I call on all Yeshivah victims to seriously consider engaging in this process as it may assist in their healing. There are options of ex gratia payments, therapy and even a personal apology. Each victim/survivor should do what is best for them. This may be a healing and empowering opportunity, so it’s worth seriously considering releasing some of the burden, if that’s indeed necessary for the person.
On a personal level, my presence at this event, and the event later this week, supports what I’ve been saying all along. Despite the campaign of demonisation that has been waged against me; that I’m being vindictive towards Yeshivah and that my motivation is to bring down this institution – in fact, the complete opposite is true; I want the Yeshivah Centre to thrive. I want it to undertake the critical work that it does, such as providing a Jewish education to so many, assisting the less fortunate, and much more. And I want it to be a safe place for children. It is clear that it can only thrive on the condition that there’s transparency and accountability for the past, and into the future, and that steps are put in place to ensure the safety and well-being of our children. And although there’s a long way to go, it seems that this is now starting to happen. And for that I’m delighted. And I can assure you that if I didn’t care about Yeshivah, I wouldn’t be here. Nor would I have dedicated so much of my time and energy to continue to work with various Yeshivah representatives and community members.
I mentioned that there is still a long way to go. For example, I remain gravely concerned of very recent incidents of intimidation occurring against victims on the Yeshivah premises. This is unacceptable and needs to stop. Nobody here should think that their job is done so long as that behaviour is still occurring.
Having said this, there’s no doubt that there will continue to be hiccups along the way and not all the issues are going to be resolved overnight – not even after months. Ultimately, I believe that it’s part of a generational change – it will take years to change the culture. But it won’t happen in isolation. We need to be committed to this prolonged and challenging process. It will take commitment and resources. And all the positive developments that we’re seeing are a critical part of this process.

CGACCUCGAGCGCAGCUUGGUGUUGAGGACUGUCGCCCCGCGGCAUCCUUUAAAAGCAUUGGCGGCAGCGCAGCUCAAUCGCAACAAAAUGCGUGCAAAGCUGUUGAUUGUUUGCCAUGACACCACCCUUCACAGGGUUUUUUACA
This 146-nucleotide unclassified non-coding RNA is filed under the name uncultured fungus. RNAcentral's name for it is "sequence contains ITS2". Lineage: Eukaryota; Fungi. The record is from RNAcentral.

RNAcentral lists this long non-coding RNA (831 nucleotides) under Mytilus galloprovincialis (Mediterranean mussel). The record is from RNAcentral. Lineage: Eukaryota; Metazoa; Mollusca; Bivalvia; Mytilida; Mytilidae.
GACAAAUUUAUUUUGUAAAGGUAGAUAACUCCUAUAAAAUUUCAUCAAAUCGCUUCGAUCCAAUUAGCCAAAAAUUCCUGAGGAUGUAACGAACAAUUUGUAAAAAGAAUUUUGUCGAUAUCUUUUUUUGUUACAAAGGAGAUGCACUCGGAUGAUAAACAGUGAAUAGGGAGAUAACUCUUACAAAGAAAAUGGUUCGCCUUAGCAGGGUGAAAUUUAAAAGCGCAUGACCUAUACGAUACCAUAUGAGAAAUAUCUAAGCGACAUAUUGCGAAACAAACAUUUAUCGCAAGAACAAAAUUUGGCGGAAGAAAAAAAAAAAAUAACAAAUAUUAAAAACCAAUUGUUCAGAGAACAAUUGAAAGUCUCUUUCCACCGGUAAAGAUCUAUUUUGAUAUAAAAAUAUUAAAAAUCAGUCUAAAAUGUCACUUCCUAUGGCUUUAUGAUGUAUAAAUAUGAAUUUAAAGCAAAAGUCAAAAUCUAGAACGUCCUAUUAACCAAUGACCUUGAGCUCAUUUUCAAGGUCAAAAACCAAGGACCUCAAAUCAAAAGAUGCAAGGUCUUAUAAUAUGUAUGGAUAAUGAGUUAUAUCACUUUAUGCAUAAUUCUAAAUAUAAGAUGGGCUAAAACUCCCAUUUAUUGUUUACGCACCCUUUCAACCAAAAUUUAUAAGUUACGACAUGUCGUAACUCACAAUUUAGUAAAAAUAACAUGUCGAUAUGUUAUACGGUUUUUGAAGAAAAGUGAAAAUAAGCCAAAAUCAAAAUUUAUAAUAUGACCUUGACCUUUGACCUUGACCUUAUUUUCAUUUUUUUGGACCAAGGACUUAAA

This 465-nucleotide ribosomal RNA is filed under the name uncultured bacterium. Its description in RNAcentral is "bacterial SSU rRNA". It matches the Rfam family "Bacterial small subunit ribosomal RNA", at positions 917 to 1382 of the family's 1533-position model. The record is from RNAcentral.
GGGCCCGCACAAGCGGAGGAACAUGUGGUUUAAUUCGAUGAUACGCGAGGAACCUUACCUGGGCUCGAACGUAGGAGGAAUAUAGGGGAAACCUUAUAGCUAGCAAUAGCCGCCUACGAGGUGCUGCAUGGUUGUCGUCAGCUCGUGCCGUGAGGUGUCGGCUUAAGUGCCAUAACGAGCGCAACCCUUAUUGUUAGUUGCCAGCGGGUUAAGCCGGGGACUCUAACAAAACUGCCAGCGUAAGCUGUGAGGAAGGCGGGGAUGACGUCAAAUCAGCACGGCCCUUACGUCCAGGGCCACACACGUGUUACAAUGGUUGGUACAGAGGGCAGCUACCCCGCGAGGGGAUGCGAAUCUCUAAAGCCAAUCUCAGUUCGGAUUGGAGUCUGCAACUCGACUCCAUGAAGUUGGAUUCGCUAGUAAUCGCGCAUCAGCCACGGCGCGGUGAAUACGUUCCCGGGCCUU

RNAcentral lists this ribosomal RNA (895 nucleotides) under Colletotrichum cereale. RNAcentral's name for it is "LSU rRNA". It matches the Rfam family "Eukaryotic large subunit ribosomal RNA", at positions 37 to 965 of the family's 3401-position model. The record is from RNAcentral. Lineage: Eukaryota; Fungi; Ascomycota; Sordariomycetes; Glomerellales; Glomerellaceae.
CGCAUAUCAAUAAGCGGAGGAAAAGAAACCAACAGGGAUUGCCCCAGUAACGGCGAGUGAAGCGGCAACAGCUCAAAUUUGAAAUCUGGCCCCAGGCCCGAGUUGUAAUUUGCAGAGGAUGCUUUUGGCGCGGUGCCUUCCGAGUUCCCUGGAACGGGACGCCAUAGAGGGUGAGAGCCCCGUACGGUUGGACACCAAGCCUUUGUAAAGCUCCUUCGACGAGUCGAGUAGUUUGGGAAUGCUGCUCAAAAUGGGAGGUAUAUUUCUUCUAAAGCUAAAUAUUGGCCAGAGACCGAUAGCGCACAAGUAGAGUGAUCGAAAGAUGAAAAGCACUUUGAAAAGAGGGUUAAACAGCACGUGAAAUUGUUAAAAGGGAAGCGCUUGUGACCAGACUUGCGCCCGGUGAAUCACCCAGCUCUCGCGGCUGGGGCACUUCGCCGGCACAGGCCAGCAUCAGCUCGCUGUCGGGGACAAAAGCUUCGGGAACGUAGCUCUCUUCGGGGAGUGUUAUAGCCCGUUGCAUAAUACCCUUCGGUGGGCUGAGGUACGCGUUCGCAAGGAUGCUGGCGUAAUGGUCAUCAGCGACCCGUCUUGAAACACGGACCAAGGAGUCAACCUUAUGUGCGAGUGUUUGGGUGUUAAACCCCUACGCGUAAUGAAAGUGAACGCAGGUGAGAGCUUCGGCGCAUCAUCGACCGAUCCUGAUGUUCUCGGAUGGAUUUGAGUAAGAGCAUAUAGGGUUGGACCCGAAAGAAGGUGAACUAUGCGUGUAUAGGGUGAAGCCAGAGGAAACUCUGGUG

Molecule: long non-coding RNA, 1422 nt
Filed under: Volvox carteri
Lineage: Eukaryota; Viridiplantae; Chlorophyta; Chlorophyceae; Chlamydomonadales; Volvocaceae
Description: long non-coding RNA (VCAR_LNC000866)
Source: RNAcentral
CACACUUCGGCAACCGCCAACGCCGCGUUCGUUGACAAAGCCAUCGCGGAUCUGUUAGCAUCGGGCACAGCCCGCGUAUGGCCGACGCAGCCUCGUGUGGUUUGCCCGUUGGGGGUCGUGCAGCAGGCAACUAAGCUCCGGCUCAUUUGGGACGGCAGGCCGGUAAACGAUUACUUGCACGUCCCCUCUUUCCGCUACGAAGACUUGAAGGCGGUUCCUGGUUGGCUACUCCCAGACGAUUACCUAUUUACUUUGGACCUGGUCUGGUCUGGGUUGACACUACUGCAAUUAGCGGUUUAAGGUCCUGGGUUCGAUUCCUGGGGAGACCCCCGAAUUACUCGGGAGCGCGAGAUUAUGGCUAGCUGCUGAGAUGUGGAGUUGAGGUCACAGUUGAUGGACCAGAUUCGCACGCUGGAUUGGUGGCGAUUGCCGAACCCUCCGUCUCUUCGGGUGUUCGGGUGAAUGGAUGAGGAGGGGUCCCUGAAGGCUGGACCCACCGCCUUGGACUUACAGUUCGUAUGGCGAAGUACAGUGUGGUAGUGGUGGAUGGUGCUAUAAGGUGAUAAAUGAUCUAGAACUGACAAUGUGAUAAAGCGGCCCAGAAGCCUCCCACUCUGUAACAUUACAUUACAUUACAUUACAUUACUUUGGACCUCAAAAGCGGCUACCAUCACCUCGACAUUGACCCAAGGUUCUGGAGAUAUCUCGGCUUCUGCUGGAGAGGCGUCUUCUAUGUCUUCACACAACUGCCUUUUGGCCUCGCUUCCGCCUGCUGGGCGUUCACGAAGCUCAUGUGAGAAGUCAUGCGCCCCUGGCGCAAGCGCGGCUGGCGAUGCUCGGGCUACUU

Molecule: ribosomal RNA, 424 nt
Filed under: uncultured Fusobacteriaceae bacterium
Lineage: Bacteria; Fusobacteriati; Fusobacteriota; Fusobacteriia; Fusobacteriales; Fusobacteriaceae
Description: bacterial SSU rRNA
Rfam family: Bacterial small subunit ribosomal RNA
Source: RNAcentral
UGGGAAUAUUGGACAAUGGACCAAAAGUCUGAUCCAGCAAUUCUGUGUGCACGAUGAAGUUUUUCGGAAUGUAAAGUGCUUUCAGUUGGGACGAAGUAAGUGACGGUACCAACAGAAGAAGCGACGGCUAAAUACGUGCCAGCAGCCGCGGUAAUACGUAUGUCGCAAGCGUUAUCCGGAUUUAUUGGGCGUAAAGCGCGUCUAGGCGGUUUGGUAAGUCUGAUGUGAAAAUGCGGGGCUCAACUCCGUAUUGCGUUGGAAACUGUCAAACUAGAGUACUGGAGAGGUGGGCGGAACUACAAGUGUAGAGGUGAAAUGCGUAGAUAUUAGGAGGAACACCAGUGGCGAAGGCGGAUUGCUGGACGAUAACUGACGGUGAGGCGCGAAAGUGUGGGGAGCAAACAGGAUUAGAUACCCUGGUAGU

It’s also important to remember that the Royal Commission findings are not yet out. When that happens, it's essential that the community fully accepts those findings. Yeshivah not only needs to implement the recommendations but, to the extent possible, take appropriate action in respect of those against whom adverse findings are made, irrespective of who they are.
In conclusion, I want to express my gratitude to the interim leadership here. I’ve had the opportunity to work closely with some of them and they have my full support and praise. It would not have been easy to step up during such a dark time – but they did, and hopefully they and the Yeshivah community will start to reap their rewards. I’m confident that the Yeshivah Centre has turned a corner and brighter days are ahead.
Congratulations Yeshivah on establishing this Redress Scheme. I wish you all much success in its implementation. And I look forward to continuing to work with you in ensuring that justice is achieved for the past, and in ensuring the safety of our children into the future.
Redress Scheme Opening Remarks
7 December 2015
Rabbis, our Principal and honoured guests. Good morning to you all, and thank you for your time.
I stand before you today, as part of the Yeshivah Centre Family, having been educated here from kinder through high school, and now, as part of the newly appointed Committee of Management.